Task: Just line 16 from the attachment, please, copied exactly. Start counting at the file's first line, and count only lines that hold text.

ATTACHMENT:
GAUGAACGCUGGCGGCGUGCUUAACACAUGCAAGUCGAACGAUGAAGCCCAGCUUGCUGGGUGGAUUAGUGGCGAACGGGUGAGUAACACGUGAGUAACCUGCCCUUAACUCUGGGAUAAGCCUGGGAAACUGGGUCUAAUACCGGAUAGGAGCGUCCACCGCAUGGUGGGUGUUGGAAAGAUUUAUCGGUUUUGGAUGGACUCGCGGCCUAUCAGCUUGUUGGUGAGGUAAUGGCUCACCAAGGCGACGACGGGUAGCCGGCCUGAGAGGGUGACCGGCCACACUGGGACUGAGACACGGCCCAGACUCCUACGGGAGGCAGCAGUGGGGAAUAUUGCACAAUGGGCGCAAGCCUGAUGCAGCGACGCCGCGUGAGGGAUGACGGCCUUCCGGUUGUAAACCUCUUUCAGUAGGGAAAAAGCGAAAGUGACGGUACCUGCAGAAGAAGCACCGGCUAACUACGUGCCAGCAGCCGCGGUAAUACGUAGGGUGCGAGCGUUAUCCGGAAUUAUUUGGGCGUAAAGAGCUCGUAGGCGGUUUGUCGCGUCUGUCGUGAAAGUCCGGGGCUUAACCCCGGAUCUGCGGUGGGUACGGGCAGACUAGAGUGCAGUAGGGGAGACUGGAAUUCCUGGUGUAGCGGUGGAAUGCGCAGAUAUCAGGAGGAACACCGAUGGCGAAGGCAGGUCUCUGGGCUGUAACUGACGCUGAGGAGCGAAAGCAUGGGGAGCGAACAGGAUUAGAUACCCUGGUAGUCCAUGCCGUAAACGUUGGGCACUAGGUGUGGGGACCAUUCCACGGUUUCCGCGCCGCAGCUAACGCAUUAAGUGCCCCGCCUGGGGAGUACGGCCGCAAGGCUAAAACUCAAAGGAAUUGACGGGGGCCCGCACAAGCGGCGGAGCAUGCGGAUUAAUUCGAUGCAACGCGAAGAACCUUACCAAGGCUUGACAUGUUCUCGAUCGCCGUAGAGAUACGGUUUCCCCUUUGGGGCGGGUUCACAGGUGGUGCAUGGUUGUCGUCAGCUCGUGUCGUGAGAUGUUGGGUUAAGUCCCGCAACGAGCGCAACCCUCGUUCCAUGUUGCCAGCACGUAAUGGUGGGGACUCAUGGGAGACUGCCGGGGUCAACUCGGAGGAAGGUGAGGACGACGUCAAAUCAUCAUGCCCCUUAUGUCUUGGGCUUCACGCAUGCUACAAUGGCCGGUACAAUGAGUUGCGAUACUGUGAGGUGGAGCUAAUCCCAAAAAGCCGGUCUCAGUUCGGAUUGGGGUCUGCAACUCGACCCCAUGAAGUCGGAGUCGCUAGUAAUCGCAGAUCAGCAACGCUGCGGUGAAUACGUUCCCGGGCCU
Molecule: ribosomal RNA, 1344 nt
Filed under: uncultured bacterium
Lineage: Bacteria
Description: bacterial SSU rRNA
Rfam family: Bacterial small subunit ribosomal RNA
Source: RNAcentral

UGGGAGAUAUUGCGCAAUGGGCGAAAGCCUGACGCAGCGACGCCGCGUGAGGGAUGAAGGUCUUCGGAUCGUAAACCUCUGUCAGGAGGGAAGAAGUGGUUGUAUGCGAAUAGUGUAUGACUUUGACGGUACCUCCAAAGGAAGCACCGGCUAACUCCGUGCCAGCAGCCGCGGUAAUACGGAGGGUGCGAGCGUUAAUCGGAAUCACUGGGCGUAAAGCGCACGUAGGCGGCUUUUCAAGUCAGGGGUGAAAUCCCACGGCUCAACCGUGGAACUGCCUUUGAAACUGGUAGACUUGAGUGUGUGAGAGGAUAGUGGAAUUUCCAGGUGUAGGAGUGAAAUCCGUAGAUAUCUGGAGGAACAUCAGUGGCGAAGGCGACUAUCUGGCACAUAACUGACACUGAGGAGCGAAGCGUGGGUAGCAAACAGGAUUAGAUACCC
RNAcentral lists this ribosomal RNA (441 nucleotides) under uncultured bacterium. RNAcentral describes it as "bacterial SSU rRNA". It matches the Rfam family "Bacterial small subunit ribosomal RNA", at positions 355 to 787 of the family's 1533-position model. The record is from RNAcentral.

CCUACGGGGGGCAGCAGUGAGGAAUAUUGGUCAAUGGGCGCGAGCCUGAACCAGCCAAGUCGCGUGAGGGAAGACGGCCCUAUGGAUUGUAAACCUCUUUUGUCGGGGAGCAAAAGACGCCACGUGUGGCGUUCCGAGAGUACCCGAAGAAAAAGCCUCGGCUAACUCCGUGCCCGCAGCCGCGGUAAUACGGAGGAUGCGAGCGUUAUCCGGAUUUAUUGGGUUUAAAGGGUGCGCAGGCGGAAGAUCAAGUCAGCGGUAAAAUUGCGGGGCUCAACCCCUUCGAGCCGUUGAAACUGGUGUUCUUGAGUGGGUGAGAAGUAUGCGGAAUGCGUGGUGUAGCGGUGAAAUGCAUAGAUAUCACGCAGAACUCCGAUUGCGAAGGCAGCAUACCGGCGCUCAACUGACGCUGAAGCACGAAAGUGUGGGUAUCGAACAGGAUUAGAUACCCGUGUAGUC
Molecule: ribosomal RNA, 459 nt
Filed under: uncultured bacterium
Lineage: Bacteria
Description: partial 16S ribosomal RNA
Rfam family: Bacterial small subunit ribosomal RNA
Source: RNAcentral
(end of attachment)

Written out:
Source: RNAcentral